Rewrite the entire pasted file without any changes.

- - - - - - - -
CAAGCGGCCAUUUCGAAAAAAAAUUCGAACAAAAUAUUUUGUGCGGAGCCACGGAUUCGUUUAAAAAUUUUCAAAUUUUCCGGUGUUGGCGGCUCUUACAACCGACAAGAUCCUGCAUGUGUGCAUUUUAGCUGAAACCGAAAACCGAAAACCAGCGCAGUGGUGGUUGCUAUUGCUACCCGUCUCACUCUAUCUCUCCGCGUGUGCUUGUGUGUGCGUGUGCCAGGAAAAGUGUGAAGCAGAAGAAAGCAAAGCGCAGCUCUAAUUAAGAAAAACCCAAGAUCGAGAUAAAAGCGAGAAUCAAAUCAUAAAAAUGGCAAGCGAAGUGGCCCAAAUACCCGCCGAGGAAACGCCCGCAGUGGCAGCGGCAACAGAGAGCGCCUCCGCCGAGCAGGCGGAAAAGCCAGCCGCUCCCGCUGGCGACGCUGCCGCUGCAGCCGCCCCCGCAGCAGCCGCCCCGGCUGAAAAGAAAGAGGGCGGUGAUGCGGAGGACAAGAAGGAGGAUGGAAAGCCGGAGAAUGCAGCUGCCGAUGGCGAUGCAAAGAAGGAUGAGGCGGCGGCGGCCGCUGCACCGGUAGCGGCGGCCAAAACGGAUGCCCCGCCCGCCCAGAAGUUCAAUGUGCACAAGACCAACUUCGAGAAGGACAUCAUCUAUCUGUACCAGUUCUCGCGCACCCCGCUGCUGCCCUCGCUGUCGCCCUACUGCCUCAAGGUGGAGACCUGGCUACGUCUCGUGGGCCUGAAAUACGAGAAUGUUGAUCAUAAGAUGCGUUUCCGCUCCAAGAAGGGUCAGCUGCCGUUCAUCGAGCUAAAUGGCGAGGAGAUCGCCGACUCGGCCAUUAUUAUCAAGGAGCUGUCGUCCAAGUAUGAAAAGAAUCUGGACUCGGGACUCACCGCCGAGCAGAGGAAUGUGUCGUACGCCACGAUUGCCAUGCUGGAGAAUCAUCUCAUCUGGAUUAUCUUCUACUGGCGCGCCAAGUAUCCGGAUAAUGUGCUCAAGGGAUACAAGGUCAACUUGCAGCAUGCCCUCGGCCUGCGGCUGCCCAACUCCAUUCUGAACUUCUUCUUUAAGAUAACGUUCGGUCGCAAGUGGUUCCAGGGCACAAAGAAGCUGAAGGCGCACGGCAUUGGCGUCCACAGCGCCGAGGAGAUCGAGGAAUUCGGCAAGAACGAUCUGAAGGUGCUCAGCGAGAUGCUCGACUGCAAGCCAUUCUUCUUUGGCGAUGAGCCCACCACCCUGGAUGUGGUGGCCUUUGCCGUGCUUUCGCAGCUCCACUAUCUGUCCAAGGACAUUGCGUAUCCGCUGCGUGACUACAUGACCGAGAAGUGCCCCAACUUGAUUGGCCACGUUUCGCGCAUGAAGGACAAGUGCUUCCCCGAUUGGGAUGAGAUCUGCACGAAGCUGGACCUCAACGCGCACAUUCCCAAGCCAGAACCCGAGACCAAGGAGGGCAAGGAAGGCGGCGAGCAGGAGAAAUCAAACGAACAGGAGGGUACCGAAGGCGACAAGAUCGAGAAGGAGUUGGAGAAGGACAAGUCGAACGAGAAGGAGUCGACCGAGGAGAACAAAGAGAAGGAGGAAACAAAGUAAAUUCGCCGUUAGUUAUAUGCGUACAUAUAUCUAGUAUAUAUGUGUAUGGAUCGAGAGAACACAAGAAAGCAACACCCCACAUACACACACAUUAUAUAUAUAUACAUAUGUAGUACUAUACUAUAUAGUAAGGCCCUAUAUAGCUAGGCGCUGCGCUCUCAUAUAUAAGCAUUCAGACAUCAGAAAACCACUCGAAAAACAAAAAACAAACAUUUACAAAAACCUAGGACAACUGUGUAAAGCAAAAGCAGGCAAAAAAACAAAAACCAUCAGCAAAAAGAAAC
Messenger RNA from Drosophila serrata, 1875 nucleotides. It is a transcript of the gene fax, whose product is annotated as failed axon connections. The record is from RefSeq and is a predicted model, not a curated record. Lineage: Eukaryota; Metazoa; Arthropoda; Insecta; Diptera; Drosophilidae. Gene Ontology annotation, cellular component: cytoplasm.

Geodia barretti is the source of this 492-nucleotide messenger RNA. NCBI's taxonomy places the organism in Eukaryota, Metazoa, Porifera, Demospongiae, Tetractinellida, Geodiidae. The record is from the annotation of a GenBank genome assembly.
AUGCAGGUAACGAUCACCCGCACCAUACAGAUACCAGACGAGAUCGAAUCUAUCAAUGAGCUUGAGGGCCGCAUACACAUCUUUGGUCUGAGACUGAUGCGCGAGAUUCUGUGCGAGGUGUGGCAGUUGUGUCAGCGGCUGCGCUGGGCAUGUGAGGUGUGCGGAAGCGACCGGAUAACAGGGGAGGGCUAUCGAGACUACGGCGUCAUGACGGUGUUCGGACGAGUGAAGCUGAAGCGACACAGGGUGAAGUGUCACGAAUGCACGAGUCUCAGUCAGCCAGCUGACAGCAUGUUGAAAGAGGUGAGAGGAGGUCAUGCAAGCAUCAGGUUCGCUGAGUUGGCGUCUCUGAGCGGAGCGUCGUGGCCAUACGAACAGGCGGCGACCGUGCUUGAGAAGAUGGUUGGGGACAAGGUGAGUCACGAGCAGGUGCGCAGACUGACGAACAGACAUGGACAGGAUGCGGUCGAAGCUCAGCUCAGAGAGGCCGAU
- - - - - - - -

CAAGCGGCCAUUUCGAAAAAAAAUUCGAACAAAAUAUUUUGUGCGGAGCCACGGAUUCGUUUAAAAAUUUUCAAAUUUUCCGGUGUUGGCGGCUCUUACAACCGACAAGAUCCUGCAUGUGUGCAUUUUAGCUGAAACCGAAAACCGAAAACCAGCGCAGUGGUGGUUGCUAUUGCUACCCGUCUCACUCUAUCUCUCCGCGUGUGCUUGUGUGUGCGUGUGCCAGGAAAAGUGUGAAGCAGAAGAAAGCAAAGCGCAGCUCUAAUUAAGAAAAACCCAAGAUCGAGAUAAAAGCGAGAAUCAAAUCAUAAAAAUGGCAAGCGAAGUGGCCCAAAUACCCGCCGAGGAAACGCCCGCAGUGGCAGCGGCAACAGAGAGCGCCUCCGCCGAGCAGGCGGAAAAGCCAGCCGCUCCCGCUGGCGACGCUGCCGCUGCAGCCGCCCCCGCAGCAGCCGCCCCGGCUGAAAAGAAAGAGGGCGGUGAUGCGGAGGACAAGAAGGAGGAUGGAAAGCCGGAGAAUGCAGCUGCCGAUGGCGAUGCAAAGAAGGAUGAGGCGGCGGCGGCCGCUGCACCGGUAGCGGCGGCCAAAACGGAUGCCCCGCCCGCCCAGAAGUUCAAUGUGCACAAGACCAACUUCGAGAAGGACAUCAUCUAUCUGUACCAGUUCUCGCGCACCCCGCUGCUGCCCUCGCUGUCGCCCUACUGCCUCAAGGUGGAGACCUGGCUACGUCUCGUGGGCCUGAAAUACGAGAAUGUUGAUCAUAAGAUGCGUUUCCGCUCCAAGAAGGGUCAGCUGCCGUUCAUCGAGCUAAAUGGCGAGGAGAUCGCCGACUCGGCCAUUAUUAUCAAGGAGCUGUCGUCCAAGUAUGAAAAGAAUCUGGACUCGGGACUCACCGCCGAGCAGAGGAAUGUGUCGUACGCCACGAUUGCCAUGCUGGAGAAUCAUCUCAUCUGGAUUAUCUUCUACUGGCGCGCCAAGUAUCCGGAUAAUGUGCUCAAGGGAUACAAGGUCAACUUGCAGCAUGCCCUCGGCCUGCGGCUGCCCAACUCCAUUCUGAACUUCUUCUUUAAGAUAACGUUCGGUCGCAAGUGGUUCCAGGGCACAAAGAAGCUGAAGGCGCACGGCAUUGGCGUCCACAGCGCCGAGGAGAUCGAGGAAUUCGGCAAGAACGAUCUGAAGGUGCUCAGCGAGAUGCUCGACUGCAAGCCAUUCUUCUUUGGCGAUGAGCCCACCACCCUGGAUGUGGUGGCCUUUGCCGUGCUUUCGCAGCUCCACUAUCUGUCCAAGGACAUUGCGUAUCCGCUGCGUGACUACAUGACCGAGAAGUGCCCCAACUUGAUUGGCCACGUUUCGCGCAUGAAGGACAAGUGCUUCCCCGAUUGGGAUGAGAUCUGCACGAAGCUGGACCUCAACGCGCACAUUCCCAAGCCAGAACCCGAGACCAAGGAGGGCAAGGAAGGCGGCGAGCAGGAGAAAUCAAACGAACAGGAGGGUACCGAAGGCGACAAGAUCGAGAAGGAGUUGGAGAAGGACAAGUCGAACGAGAAGGAGUCGACCGAGGAGAACAAAGAGAAGGAGGAAACAAAGUAAAUUCGCCGUUAGUUAUAUGCGUACAUAUAUCUAGUAUAUAUGUGUAUGGAUCGAGAGAACACAAGAAAGCAACACCCCACAUACACACACAUUAUAUAUAUAUACAUAUGUAGUACUAUACUAUAUAGUAAGGCCCUAUAUAGCUAGGCGCUGCGCUCUCAUAUAUAAGCAUUCAGACAUCAGAAAACCACUCGAAAAACAAAAAACAAACAUUUACAAAAACCUAGGACAACUGUGUAAAGCAAAAGCAGGCAAAAAAACAAAAACCAUCAGCAAAAAGAAAC
Messenger RNA from Drosophila serrata, 1875 nucleotides. It is a transcript of the gene fax, whose product is annotated as failed axon connections. The record is from RefSeq and is a predicted model, not a curated record. Lineage: Eukaryota; Metazoa; Arthropoda; Insecta; Diptera; Drosophilidae. Gene Ontology annotation, cellular component: cytoplasm.

Geodia barretti is the source of this 492-nucleotide messenger RNA. NCBI's taxonomy places the organism in Eukaryota, Metazoa, Porifera, Demospongiae, Tetractinellida, Geodiidae. The record is from the annotation of a GenBank genome assembly.
AUGCAGGUAACGAUCACCCGCACCAUACAGAUACCAGACGAGAUCGAAUCUAUCAAUGAGCUUGAGGGCCGCAUACACAUCUUUGGUCUGAGACUGAUGCGCGAGAUUCUGUGCGAGGUGUGGCAGUUGUGUCAGCGGCUGCGCUGGGCAUGUGAGGUGUGCGGAAGCGACCGGAUAACAGGGGAGGGCUAUCGAGACUACGGCGUCAUGACGGUGUUCGGACGAGUGAAGCUGAAGCGACACAGGGUGAAGUGUCACGAAUGCACGAGUCUCAGUCAGCCAGCUGACAGCAUGUUGAAAGAGGUGAGAGGAGGUCAUGCAAGCAUCAGGUUCGCUGAGUUGGCGUCUCUGAGCGGAGCGUCGUGGCCAUACGAACAGGCGGCGACCGUGCUUGAGAAGAUGGUUGGGGACAAGGUGAGUCACGAGCAGGUGCGCAGACUGACGAACAGACAUGGACAGGAUGCGGUCGAAGCUCAGCUCAGAGAGGCCGAU